The week he got hired as the World Bank’s first chief economist from a developing country, Justin Yifu Lin got on a plane and flew to Ethiopia. When he got there, he left the luxury hotels frequented by the suits ostensibly responsible for uplifting the world’s poor, and walked straight into the middle of a boisterous African market.
“I like to know the real economic situation, not just statistics, and the best place to do that is in the marketplace,” Mr. Lin tells me.
While he perused market stalls, Mr. Lin – a long-time adviser to China’s top leadership on economic reform and one of the world’s top development economists – looked hard at what was being sold.
He found cheap Chinese goods, as one will find in markets across Africa, but he also saw basic matches that had been imported from Nepal, a small landlocked country like Ethiopia. He bought a box of matches, a lock, a simple lighter, a flashlight and an electrical switch and took them with him when he went to visit then-Ethiopian prime minister Meles Zenawi – who was surprised when Mr. Lin gave them as gifts. Why, Mr. Lin asked, couldn’t Ethiopia produce these types of goods?
The blunt ploy worked. Mr. Lin persuaded the prime minister to look into import substitution – a taboo notion in free market economics, he says, particularly at his alma mater, the University of Chicago, in which specific policies help domestic products displace foreign imports. But such a strategy could take advantage of Ethiopia’s abundant leather and cheap work force.
On his advice, the Ethiopian government sent a trade mission to China and lured over a Chinese company that set up a shoe factory that would employ 600 Ethiopians. The corporate venture created jobs and reduced poverty, but government was still playing a crucial role in sculpting favourable conditions for economic growth. These ideas weren’t exactly unfamiliar to Mr. Lin, but ran counter to the World Bank’s history of economic liberalization shock therapy and promoting growth by reducing the role of governments in their economies.
On these matters, Mr. Lin has more credibility than most. For decades, he has advised China’s political leadership on national policies that have contributed to one of the most important events in recent world history: The renaissance of the Chinese economy and the lifting of hundreds of millions of Chinese citizens out of poverty.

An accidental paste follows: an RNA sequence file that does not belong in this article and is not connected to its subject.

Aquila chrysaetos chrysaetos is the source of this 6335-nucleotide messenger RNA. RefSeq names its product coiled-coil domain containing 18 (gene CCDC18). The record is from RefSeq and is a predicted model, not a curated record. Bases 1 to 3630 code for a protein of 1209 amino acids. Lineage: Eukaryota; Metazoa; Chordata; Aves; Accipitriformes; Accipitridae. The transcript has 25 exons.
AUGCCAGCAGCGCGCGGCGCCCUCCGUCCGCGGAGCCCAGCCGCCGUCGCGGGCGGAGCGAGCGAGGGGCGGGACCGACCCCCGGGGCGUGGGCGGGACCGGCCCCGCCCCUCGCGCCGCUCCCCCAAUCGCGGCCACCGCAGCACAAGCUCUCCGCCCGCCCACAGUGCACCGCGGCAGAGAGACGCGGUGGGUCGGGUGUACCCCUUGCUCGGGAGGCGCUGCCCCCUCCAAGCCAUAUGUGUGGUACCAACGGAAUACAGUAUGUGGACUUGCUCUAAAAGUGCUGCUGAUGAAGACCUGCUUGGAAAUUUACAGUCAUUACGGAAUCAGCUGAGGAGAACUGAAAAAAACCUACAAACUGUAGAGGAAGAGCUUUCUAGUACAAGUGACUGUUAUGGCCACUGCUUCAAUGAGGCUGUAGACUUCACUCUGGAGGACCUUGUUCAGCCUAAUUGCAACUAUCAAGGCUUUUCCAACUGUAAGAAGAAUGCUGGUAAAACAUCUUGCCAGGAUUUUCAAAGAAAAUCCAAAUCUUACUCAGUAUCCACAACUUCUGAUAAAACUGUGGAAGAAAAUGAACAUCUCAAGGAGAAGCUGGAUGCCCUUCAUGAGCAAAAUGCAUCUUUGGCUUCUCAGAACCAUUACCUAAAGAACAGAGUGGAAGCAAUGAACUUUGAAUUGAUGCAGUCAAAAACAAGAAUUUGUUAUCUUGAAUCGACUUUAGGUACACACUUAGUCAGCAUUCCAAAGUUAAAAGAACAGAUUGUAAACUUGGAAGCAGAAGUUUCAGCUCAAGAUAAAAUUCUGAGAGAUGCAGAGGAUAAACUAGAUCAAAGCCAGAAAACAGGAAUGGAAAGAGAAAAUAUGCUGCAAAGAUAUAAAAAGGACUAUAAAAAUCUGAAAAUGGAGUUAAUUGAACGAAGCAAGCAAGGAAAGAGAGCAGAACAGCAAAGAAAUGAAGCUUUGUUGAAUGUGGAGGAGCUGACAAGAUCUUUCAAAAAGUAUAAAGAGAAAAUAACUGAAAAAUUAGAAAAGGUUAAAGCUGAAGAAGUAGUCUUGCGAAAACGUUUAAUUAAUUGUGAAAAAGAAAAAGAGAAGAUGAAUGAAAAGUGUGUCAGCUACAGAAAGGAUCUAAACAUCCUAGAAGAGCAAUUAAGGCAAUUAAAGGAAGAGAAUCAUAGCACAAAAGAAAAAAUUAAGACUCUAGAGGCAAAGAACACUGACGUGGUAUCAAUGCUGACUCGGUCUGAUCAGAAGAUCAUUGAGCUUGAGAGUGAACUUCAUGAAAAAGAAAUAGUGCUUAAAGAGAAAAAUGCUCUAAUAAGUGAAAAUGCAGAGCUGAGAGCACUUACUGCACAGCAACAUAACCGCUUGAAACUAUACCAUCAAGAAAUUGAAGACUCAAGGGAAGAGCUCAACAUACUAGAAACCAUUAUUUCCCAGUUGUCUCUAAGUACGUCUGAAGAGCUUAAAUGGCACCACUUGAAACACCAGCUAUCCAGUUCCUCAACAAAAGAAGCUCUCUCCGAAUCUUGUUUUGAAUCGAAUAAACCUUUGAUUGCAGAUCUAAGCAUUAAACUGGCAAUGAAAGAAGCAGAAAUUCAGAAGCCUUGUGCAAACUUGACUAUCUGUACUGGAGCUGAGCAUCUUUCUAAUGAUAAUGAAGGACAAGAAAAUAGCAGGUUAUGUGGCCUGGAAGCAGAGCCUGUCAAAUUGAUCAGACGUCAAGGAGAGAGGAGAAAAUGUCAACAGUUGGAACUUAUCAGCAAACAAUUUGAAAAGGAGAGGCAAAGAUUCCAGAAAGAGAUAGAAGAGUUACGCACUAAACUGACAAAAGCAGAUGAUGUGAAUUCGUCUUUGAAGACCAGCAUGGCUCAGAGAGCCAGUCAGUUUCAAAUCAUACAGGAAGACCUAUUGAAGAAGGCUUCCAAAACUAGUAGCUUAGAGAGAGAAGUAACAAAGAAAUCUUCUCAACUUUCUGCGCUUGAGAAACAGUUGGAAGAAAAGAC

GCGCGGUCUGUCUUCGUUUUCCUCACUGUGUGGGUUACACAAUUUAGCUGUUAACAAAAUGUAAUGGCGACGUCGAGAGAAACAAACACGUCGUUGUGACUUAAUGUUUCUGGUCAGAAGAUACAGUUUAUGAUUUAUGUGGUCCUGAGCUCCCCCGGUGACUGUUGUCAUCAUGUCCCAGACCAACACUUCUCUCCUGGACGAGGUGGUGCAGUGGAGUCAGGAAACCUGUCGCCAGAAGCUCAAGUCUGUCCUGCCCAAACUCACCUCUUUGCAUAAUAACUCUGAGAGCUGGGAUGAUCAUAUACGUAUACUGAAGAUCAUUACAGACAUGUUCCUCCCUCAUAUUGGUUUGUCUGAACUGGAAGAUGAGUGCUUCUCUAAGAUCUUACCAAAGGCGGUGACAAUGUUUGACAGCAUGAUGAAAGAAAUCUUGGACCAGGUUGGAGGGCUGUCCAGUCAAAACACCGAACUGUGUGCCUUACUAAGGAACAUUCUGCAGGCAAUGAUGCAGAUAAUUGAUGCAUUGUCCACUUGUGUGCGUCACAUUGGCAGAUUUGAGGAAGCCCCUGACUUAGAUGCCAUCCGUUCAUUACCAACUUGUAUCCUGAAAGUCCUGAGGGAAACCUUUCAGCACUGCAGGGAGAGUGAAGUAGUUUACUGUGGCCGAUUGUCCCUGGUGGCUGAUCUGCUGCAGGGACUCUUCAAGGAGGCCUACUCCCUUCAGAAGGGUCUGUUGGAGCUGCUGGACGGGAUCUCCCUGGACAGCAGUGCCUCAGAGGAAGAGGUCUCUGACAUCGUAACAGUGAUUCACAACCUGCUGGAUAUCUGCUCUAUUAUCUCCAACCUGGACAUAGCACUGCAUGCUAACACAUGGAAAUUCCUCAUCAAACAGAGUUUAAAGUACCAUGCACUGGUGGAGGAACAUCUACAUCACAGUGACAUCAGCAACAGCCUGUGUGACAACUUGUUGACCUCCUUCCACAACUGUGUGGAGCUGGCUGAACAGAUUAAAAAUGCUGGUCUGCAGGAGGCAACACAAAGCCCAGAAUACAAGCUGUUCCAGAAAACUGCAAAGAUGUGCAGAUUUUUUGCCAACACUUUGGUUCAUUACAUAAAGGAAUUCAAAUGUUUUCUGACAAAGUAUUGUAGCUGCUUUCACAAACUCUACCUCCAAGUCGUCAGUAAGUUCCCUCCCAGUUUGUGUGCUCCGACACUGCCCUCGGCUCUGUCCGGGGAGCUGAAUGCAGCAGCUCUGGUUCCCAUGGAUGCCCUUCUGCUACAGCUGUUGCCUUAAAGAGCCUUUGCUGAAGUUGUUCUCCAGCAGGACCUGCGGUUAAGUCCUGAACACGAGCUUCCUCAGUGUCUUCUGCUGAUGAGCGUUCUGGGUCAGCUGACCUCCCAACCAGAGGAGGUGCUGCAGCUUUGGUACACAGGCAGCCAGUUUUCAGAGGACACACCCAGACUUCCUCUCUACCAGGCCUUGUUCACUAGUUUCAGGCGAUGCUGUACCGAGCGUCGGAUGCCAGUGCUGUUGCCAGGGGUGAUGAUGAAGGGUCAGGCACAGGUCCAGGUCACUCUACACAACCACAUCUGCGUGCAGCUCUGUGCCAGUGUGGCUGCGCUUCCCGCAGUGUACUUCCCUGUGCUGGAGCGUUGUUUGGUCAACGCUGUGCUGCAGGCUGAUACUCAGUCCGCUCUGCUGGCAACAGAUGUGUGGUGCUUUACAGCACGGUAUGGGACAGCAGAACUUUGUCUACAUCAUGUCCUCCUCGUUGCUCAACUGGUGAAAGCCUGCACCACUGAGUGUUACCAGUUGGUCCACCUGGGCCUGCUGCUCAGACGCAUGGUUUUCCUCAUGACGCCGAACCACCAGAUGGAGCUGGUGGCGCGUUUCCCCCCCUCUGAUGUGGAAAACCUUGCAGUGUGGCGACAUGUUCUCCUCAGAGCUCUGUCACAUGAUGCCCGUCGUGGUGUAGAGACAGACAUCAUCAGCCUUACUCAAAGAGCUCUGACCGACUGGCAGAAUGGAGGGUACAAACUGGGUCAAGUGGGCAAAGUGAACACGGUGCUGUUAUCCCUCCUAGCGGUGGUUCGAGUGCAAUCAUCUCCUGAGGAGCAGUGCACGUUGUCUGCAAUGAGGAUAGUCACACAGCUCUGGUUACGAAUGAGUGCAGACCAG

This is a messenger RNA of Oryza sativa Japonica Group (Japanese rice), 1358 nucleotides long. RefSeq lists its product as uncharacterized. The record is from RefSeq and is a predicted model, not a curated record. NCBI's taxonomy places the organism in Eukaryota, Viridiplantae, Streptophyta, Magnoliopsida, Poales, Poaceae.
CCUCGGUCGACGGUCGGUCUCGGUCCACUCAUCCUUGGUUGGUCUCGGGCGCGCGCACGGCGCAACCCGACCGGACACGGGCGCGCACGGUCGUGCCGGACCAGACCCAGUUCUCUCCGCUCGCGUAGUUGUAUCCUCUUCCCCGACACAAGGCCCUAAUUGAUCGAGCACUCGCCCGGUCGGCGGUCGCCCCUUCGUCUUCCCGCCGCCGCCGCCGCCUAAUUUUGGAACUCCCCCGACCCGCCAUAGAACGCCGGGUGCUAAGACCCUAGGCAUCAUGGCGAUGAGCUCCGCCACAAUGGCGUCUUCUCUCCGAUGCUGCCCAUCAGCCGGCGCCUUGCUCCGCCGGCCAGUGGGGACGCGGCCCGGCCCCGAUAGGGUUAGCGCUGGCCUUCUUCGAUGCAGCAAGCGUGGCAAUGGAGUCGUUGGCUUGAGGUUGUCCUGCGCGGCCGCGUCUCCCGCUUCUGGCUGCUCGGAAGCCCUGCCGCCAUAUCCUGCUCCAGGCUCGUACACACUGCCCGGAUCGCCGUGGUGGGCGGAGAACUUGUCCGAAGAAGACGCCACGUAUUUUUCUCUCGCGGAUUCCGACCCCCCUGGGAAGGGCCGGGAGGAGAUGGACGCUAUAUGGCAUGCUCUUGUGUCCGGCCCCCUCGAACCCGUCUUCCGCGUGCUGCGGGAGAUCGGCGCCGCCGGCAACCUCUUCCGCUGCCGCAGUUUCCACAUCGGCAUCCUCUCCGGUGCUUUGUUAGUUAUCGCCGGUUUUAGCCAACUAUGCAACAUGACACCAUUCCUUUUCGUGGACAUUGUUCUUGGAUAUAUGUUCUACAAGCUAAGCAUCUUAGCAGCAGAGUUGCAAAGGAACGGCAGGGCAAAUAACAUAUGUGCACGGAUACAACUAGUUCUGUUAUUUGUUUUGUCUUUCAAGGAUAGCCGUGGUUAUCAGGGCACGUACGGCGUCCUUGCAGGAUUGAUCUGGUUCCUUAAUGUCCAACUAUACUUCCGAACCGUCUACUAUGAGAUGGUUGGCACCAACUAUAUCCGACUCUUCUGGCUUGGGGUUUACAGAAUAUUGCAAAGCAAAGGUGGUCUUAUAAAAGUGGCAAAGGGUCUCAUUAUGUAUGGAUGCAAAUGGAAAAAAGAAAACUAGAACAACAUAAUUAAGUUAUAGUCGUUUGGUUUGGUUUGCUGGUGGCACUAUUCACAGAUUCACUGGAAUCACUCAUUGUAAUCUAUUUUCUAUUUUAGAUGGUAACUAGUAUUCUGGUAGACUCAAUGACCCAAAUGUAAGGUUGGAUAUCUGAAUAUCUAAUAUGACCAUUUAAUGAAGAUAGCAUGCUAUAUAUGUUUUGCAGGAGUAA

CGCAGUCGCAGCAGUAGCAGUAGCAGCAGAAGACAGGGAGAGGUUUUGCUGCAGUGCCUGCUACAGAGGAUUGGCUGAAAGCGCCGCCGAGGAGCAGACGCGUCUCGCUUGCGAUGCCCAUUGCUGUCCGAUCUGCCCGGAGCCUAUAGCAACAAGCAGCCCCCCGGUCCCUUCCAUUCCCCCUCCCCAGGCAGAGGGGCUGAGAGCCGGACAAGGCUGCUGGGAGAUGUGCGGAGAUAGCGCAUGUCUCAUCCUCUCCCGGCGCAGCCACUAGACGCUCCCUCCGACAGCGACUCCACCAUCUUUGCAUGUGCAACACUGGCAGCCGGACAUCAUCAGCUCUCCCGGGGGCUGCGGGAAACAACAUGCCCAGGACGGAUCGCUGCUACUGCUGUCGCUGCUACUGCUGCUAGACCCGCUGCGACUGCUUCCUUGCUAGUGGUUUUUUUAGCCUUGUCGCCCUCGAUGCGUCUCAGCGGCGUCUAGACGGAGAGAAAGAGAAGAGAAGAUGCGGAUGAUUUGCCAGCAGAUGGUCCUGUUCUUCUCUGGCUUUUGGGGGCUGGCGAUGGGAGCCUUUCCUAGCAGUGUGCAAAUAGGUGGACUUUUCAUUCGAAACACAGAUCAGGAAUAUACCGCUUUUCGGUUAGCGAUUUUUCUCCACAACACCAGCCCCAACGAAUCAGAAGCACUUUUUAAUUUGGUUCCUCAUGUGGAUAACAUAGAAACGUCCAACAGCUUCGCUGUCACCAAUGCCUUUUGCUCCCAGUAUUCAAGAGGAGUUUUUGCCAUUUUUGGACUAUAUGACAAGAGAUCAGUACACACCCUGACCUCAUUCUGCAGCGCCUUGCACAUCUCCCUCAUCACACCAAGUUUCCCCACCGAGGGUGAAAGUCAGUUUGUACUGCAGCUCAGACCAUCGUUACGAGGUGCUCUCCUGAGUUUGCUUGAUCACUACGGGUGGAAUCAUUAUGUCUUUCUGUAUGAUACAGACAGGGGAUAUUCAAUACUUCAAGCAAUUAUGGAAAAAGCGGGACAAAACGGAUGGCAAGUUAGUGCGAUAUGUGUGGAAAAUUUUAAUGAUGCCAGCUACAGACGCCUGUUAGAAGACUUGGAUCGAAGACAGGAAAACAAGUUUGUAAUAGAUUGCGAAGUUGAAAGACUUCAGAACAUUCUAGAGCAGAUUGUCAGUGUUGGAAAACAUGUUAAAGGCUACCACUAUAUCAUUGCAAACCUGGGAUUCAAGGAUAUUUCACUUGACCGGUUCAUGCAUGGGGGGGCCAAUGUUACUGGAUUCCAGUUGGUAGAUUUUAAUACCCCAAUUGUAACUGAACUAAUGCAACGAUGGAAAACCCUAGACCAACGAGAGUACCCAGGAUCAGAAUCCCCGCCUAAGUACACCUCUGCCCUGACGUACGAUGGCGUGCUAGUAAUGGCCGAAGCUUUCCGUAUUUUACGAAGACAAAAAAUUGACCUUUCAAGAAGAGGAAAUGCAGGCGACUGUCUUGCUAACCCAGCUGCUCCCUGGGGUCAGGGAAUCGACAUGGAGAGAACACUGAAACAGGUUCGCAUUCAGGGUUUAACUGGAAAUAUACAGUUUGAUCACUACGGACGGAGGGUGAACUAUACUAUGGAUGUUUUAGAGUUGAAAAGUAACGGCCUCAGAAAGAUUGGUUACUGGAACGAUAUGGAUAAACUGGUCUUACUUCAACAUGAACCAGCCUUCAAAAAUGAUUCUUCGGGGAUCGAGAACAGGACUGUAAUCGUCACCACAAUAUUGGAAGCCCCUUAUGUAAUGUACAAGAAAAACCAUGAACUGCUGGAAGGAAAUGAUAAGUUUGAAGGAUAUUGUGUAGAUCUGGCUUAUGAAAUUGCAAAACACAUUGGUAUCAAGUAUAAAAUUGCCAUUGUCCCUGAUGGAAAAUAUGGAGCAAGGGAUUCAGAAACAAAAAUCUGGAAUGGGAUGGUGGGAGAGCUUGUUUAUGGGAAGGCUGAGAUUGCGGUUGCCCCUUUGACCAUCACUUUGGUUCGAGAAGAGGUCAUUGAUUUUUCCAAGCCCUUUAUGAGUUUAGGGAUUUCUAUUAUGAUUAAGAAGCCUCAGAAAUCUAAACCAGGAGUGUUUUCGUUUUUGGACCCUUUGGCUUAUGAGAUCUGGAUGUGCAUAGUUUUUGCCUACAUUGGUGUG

One of Mr. Lin’s economic analyses looked at excess capacity in Chinese manufacturing of TVs and refrigerators. He revealed that China’s rural population wasn’t buying these goods because rural infrastructure – both water and electricity – was in such a poor state. It wasn’t that they couldn’t afford them – they couldn’t even plug them in. This discovery led to the national-level “New Socialist Countryside” policy in China that sought to boost domestic consumption.
“They attached my name to that,” says Mr. Lin, who is a formal member of the standing committee of the Chinese People’s Political Consultative Conference.
This approach – which he calls “Beyond Keynesianism” because it doesn’t just inject money into a failing system, but invests capital to boost growth permanently and lift people from poverty – was also seen in China’s approach to the global financial crisis, which resulted in a massive $586-billion stimulus in 2008.
“It was my personal aspiration to make a contribution to the prosperity of the nation,” he says.
Now some of the more than 30 books Mr. Lin has authored are spreading his ideas to the next generation of development economists, who will come of age after the death of the Washington Consensus, and hit the ground in developing countries where China’s state-linked corporations, entrepreneurs and diplomats have supplanted many of the traditional actors in international development.